Wednesday, November 14, 2012

Make FLOSS usable!

"FLOSS" is the general term for "Free/Libre and Open Source Software", a more inclusive term than simply "open source". But the concept behind the OpenUsability project applies to all open source software: make FLOSS usable!

From the About page:
The idea of OpenUsability originated at the KDE developers conference in 2003. Jan Muehlig and his Berlin-based company relevantive had performed a comparative usability study of KDE 3.1 and Windows XP. The developers appreciated the work of the usability professionals, and a discussion came up how to involve usability feedback continuously with development. So far, it had been difficult for both sides to get in touch with each other: On the one side, self-acclaimed usability experts had reduced the developers' trust in the effects of usability, and on the other side trustful usability specialists often had problems to get in touch with the right people in a project.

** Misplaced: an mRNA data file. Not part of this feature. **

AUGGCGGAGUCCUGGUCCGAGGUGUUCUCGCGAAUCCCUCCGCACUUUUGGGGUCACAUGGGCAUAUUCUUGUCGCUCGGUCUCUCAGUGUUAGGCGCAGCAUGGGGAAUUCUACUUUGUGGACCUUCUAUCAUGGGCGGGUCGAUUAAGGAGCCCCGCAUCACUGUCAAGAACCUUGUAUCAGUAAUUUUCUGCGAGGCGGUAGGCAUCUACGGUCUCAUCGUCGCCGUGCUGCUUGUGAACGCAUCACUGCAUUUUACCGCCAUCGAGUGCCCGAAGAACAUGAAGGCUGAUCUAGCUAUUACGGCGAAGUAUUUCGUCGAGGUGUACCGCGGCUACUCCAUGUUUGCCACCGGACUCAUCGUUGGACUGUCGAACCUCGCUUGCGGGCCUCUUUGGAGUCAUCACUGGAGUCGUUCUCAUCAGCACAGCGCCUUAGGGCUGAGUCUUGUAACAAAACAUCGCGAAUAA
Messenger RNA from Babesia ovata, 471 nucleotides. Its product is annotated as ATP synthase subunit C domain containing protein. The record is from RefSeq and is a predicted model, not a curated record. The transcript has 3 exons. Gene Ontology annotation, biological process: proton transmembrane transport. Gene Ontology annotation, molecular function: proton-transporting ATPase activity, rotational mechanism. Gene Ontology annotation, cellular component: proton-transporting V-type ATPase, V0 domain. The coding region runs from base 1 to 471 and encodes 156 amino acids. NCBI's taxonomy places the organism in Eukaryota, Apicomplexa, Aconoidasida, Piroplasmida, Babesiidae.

OpenUsability came to fill this gap. Since 2004, Open Source Software Projects can register to get usability support. A growing number of usability practitioners started to work under the label "OpenUsability", and provided the projects with usability feedback, attended developer conferences and fairs.
(Note: the comparative study between KDE and Windows XP no longer exists on the relevantive.de site, so I have dropped the links.)

They provide a list of projects that are specifically targeted to help certain open source programs: ArgoUML, Edyk, GCstar, ProjectPier, and so on. However, I don't see any general guidelines for how open source developers can apply usability practices into their own work, or successful ideas for good usability.

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